WASHINGTON (Reuters) - Turkey is pushing for involvement in a proposed free trade pact between the United States and Europe which it fears could leave it sidelined and hamper its ambitions to become a top 10 economy over the next decade.
Trade was high on the agenda in a meeting on Thursday between U.S. President Barack Obama and Turkish Prime Minister Tayyip Erdogan. The Turkish leader is worried a deal could hurt his nation’s commerce with Europe and the United States.
Erdogan wrote to Obama earlier this year raising concern about the impact of such a deal on Turkey, most of whose trade is with Europe, and urged Washington to work in parallel on a similar deal with Ankara, Turkish officials said.
“As the United States pursues a new trade and investment partnership with the EU, I want to make sure that we also keep deepening our economic ties with Turkey,” Obama told a joint news conference with Erdogan at the White House.
He stopped short of saying any sort of free trade agreement was under discussion with Turkey, but said Washington and Ankara had created a “new high-level committee” aimed at increasing mutual trade and investment.
Washington and Brussels are expected to begin talks on the proposed trade pact in July and hope to finish in one to two years. If successful, the final agreement would cover half the world’s economic output and about a third of global trade.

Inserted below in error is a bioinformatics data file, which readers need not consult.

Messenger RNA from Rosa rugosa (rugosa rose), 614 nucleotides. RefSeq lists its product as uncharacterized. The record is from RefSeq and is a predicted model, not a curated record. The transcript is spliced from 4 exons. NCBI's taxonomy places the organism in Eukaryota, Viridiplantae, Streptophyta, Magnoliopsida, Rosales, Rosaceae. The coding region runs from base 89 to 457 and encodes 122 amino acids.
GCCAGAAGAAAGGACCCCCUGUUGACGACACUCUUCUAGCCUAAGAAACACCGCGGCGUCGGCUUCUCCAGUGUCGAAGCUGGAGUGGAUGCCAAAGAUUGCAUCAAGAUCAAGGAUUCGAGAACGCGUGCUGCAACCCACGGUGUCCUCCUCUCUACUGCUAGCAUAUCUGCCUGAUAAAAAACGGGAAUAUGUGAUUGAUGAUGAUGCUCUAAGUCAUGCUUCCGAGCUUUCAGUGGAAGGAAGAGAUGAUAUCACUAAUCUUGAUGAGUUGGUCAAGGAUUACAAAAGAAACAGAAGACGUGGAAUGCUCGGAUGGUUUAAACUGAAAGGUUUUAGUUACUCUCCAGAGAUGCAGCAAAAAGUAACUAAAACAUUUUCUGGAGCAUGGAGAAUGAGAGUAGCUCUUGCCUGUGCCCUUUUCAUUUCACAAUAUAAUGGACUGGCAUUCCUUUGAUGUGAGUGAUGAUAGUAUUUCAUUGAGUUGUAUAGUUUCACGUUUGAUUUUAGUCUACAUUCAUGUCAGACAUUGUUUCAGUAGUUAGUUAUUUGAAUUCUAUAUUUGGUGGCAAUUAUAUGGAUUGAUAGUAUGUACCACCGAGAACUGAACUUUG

Turkey has a customs agreement with the European Union under which a third country signing a trade deal with the EU gets automatic access to Turkish markets, but Turkey does not get the same reciprocal benefit for its exports.
“We’re already suffering because every free trade agreement the EU signs with third countries ... we are asked to give the exact same kind of facilities. Then we’re in an uphill battle,” said a Turkish government official.
“That’s why we’re appealing both to the United States and to the European Union: if you’re going to create a trans-Atlantic economic space, then Turkey should definitely be part of it.”
Several options were under discussion, the official said, including a separate bilateral agreement with the United States or giving Turkey a seat at the table in the EU negotiations, although one diplomat said that looked unlikely.
“I understand the Turkish concerns. We have a customs union with Turkey where our economies are considerably integrated. An agreement like this will have consequences for Turkey,” an EU diplomat said.
“I know that Turkey wants to discuss with the American side how to move forward on their bilateral relationship and I think that’s only normal,” the diplomat said.
Carol Guthrie, a spokeswoman for the U.S. Trade Representative’s office, said the new Turkish-U.S. committee would assess the impact of Washington’s discussions with the EU on its trade relationship with Turkey but did not comment on whether a separate deal with Ankara might be explored.
Erdogan said trade with the United States had more than doubled to $20 billion from $8 billion when he first took office a decade ago but said it still needed to be boosted further.
“There’s huge potential in many areas,” a source close to the Turkish government said.
“The U.S. doesn’t have quotas for many sectors and products that even the EU, with which we have a customs union, applies.”
Additional reporting by Doug Palmer in Washington and Ayla Jean Yackley in Istanbul; Writing by Nick Tattersall; Editing by Paul Simao